Skip to main content


Showing posts from January, 2011

The Dialogue of the Board

I ALWAYS GET A LITTLE SHIVER UP MY SPINE when a I see a board meeting agenda that is nothing more than a pro forma list of reports.  I bet you know what I mean -- after the call to order and the approval of the previous month's minutes we're off and running with a litany of updates from the president, the director, and any number of committees.  You can kind of put yourself on auto-pilot for most of these meetings.  In fact, one (at least) organization I know hands out the same agenda for every meeting.  It doesn't even take into account that a committee or two haven't met -- your committee is on there even if all you have to say is "we haven't met."  (And, yes, that shows up in the minutes!)  Please tell me what would excite you about attending that meeting if the agenda was all you had to go on? The fact is a board is a community -- a community of doers and seekers.  In order for this community to do it must seek meaning not only from facts, but from

Time to Get to Work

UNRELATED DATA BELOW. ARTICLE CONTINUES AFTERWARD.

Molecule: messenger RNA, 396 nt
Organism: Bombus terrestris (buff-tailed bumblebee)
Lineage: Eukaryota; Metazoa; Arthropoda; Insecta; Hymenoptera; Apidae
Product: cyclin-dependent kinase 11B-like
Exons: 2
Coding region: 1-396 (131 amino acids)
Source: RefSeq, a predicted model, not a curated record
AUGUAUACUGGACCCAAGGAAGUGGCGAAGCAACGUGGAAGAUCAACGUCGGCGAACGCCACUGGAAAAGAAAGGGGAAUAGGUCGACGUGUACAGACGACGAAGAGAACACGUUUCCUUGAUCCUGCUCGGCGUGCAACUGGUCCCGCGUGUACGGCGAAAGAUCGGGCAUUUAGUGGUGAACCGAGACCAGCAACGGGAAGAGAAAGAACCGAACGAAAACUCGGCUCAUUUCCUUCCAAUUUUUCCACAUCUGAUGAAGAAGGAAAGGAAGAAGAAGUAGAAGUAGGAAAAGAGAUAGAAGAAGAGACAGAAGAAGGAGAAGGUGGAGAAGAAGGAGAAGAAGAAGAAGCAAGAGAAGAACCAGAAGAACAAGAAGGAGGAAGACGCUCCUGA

NEVER MIND THAT IT'S THE FIRST MONDAY OF THE NEW YEAR and you're still struggling with those resolutions.  When you get to your desk this morning, will you really make any changes to how you approach your work?  The fact is that you don't have to make any big changes.  After all, big change is most often made up of the accumulation of lots of small changes, sideways glances and out-of-the blue inspirations. Thanks to the good thinking of others, today I've got a manageable handful of small, sideways and out-of-the blue for you: The "Ten New Year's Resolutions for Boards" from Barry Bader's Great Boards Blog offers advice that you can put into action almost immediately.  How's this:  make a list of the board members who are your board's future chairpersons and figure out ways to get them lined up for leadership (OK, that last part is my advice).  Barry's advice is if you can't identify anyone on your current board who's willing/abl